What happens when chronic physical and mental pain collide?
You are too exhausted to move, everything feels impossible, the simple act of getting up to get yourself a cup of tea becomes as mammoth of a task as running a marathon (without training for it). You reach the end of the day and realise that the dishes are still on the bench, and the clothes are unfolded, that you did nothing productive. And yet, you don’t even care. You don’t have the energy to care.
Mentally you have become so drained from the incessant ache of your body that your mind starts to throw questions of “how long can you cope with this?” into the mix of your already weakened psyche. Physically you are so tired that you can’t even be bothered trying to even challenge the thoughts in your head that tell you that you should be ashamed of yourself for laying on the couch or the floor, or the bed, or wherever you managed to find a measure of relief.
On these bad days you wish to close your eyes and never wake up. You pray to sleep until you feel better, but you know that most likely your dreams will be marred with pain and anxiety. You’re not suicidal, but you don’t exactly want to live a long life. You feel sad and ashamed that you are not providing for your family the way you want too.
On these days you feel like the worst mother and wife. Your children come home from school and their excited babbling makes your head feel like it may explode. When they are the ones making you a cup of tea, instead of you fixing them an afternoon snack. Your husband comes home from the job he left for at 5:30 am, and you’re feeling so sick from trying to ignore the incessant nagging of your pain all day that you don’t even feel like getting up to give him a welcome home hug.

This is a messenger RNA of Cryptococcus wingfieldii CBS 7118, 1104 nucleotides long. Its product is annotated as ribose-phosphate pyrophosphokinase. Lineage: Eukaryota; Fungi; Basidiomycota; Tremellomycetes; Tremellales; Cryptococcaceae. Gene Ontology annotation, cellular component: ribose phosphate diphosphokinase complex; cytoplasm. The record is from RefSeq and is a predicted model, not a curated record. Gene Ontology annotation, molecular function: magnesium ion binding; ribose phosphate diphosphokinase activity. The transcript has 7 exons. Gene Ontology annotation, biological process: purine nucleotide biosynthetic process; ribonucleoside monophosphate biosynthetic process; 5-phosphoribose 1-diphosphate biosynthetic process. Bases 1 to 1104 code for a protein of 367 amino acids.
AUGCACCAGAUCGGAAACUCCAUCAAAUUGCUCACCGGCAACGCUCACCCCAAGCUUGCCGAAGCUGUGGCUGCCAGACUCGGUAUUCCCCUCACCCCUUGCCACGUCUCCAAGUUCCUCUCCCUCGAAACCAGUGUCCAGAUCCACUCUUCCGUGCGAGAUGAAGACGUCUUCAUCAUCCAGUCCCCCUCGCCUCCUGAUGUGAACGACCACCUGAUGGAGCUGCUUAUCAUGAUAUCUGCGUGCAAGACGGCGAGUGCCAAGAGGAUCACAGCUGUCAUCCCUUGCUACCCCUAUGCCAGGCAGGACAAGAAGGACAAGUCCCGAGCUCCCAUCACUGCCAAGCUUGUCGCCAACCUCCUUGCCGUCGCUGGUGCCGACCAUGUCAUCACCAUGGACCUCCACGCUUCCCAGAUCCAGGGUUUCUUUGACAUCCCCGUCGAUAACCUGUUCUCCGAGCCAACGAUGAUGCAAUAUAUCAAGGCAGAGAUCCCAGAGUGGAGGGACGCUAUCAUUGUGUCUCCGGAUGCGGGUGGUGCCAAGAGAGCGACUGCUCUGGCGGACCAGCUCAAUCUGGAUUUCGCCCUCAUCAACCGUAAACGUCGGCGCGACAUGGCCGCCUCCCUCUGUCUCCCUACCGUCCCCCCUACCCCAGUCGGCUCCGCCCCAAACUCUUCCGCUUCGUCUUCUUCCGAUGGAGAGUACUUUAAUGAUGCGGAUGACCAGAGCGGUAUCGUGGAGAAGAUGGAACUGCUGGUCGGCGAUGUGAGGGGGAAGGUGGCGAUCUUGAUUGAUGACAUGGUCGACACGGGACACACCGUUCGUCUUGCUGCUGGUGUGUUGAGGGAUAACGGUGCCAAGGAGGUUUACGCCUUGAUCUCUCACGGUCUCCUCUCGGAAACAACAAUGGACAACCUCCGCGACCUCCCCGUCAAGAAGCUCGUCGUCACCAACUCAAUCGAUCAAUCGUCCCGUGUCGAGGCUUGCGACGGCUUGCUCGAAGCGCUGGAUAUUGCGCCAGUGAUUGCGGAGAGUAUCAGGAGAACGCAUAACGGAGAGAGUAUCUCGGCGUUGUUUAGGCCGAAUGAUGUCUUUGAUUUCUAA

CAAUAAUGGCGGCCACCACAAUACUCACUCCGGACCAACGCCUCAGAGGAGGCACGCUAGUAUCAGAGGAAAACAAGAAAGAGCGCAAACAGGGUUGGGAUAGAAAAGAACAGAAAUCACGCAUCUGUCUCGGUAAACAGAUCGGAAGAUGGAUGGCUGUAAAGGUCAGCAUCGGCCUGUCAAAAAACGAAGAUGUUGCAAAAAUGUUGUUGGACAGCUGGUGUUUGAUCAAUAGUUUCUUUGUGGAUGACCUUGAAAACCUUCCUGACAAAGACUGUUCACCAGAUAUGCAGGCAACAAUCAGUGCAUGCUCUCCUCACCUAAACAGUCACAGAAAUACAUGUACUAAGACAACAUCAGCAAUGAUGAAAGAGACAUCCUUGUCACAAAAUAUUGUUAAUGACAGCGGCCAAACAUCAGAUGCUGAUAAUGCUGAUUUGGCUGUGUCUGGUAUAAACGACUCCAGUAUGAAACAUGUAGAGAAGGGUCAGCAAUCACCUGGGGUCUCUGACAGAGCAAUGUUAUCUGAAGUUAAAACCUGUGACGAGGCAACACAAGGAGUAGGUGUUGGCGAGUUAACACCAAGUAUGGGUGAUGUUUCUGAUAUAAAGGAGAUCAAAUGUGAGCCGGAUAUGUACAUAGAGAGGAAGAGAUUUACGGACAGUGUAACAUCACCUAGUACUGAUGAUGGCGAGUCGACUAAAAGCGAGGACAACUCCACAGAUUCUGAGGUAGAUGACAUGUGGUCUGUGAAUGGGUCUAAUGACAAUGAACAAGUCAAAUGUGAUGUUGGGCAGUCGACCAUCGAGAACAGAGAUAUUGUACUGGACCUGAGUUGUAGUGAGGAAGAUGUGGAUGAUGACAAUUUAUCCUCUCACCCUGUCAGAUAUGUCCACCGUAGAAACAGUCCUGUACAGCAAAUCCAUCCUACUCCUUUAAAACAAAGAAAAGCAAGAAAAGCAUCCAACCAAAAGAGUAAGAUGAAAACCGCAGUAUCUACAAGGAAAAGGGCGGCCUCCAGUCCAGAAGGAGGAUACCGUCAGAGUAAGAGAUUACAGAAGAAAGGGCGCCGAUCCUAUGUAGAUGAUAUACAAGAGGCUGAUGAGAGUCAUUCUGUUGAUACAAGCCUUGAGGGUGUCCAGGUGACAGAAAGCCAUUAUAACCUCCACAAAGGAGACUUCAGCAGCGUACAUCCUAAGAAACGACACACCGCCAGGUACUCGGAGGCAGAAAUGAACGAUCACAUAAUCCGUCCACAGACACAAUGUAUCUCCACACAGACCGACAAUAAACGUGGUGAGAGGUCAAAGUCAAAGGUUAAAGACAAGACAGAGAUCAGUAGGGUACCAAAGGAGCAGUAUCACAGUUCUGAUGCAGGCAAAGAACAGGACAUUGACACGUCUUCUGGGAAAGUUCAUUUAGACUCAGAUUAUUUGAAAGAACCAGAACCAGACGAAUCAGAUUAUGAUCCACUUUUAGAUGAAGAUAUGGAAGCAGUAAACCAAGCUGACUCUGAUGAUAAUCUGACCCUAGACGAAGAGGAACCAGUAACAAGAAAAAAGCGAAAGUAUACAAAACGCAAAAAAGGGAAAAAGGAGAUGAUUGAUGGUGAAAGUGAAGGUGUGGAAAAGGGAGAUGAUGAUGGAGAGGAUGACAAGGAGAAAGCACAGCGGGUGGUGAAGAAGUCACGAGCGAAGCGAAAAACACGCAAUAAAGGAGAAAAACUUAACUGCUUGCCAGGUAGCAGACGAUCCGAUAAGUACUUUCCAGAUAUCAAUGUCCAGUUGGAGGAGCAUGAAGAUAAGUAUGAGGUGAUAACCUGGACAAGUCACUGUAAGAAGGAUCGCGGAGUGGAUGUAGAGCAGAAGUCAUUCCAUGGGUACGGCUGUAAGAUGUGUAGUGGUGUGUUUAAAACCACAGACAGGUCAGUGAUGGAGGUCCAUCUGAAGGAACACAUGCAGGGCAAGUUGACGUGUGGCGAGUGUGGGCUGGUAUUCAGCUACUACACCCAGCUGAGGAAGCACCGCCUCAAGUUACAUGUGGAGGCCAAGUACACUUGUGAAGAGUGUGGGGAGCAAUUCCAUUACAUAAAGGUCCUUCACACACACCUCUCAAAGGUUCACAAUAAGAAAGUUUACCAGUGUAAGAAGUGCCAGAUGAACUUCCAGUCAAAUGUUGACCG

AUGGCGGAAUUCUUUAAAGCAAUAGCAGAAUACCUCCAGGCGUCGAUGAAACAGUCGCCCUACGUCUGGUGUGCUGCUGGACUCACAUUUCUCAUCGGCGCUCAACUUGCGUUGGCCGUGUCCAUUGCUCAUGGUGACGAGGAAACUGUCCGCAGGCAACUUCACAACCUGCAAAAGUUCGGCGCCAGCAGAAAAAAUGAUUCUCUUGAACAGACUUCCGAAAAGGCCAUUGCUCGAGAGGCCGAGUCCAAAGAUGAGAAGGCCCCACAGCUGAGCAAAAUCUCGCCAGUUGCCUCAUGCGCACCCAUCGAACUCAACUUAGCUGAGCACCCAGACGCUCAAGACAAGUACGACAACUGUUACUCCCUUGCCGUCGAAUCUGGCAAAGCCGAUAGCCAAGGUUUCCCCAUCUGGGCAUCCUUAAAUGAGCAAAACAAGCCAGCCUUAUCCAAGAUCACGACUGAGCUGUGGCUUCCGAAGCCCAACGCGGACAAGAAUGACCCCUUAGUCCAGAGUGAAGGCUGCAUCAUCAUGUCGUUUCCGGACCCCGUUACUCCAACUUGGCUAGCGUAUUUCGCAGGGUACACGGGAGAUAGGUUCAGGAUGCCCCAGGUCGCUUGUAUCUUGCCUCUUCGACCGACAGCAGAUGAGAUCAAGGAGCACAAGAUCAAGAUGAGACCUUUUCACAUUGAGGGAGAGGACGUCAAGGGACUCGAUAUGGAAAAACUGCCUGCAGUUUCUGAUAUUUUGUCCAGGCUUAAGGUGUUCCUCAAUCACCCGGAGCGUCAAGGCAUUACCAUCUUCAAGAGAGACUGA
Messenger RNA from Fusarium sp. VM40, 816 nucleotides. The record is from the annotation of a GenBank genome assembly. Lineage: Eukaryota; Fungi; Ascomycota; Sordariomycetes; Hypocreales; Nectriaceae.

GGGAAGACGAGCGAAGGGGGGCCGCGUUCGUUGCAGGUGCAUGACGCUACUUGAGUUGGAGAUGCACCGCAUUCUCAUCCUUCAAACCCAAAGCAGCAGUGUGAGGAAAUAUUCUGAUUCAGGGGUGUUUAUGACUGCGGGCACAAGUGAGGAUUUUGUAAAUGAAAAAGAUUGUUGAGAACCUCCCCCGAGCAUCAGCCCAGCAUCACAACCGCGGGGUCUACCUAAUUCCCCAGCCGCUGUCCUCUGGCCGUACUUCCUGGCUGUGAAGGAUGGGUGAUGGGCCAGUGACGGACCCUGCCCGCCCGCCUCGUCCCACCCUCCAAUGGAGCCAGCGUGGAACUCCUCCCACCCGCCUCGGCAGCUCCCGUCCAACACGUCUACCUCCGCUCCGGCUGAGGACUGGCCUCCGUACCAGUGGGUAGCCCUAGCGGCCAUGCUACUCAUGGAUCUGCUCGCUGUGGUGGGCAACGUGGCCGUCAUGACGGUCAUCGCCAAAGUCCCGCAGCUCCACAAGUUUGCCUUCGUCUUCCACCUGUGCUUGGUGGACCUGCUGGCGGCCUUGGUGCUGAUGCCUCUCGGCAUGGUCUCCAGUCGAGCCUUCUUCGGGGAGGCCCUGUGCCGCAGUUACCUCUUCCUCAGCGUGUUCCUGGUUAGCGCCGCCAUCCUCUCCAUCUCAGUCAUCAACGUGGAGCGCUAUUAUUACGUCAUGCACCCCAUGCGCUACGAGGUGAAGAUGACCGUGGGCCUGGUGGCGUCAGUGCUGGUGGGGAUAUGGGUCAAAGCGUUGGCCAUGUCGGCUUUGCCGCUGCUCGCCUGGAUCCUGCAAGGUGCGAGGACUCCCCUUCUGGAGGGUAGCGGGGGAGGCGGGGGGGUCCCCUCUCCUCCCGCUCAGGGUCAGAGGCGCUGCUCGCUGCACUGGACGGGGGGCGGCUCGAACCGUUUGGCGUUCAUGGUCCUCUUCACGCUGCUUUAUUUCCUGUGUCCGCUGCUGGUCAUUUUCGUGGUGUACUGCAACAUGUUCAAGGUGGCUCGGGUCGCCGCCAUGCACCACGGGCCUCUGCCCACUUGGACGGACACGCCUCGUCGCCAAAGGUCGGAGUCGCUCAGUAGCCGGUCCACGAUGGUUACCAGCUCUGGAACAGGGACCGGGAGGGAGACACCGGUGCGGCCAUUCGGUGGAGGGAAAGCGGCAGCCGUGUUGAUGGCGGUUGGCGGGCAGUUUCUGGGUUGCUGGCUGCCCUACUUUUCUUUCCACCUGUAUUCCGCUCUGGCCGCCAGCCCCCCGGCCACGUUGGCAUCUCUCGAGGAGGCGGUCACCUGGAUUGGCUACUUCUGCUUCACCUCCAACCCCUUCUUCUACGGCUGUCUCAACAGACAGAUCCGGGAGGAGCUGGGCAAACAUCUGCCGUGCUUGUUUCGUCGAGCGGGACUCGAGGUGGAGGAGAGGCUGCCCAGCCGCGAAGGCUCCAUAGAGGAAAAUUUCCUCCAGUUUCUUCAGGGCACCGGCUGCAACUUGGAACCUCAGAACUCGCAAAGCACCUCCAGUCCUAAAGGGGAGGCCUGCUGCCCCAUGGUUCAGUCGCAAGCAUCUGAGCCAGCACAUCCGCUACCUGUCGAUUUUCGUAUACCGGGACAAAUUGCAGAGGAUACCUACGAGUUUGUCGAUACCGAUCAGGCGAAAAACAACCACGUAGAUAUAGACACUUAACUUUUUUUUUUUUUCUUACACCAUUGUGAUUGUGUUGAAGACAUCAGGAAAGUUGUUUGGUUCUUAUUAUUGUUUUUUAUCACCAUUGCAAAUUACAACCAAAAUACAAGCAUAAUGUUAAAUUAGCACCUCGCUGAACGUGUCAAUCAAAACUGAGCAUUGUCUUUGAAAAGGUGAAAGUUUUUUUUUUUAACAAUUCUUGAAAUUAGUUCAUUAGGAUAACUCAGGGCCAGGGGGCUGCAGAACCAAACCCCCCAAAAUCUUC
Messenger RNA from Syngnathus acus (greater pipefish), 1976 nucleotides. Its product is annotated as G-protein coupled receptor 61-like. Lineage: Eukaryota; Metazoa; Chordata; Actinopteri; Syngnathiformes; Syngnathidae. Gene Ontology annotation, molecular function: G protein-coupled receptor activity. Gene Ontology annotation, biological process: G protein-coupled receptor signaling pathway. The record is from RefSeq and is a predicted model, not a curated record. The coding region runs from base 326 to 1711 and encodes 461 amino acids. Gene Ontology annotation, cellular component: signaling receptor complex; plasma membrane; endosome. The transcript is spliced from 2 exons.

Lately my headaches have worsened so that I can barely move my head or neck without nauseating pain, my back and shoulders cramp regularly, and my arms and legs go numb usually at the most inconvenient of times.
This is what “moderate” degenerative spinal issues, a sensitivity to pain medications, persistent nerve pain, and “tight” muscles look like, to me.
There is little that can be done, so I accept it. This is my life, if I could go back nearly 3 years and stop the accident that caused this physical pain (photo below), I would, but I can’t and now there is nothing to do but do the best I can.
This is my life.
Some days are good, I can move freely-ish, I can go out and do things. Some days the physical pain retires to a quiet ache that is able to be pushed aside and ignored for a while. On those days I can focus more on my recovery from my depression and anxiety. I cherish those days, they are valuable and rare. But it feels like such a long time since I had one of those days.
I am tired.
No, today I am beyond tired. I am exhausted.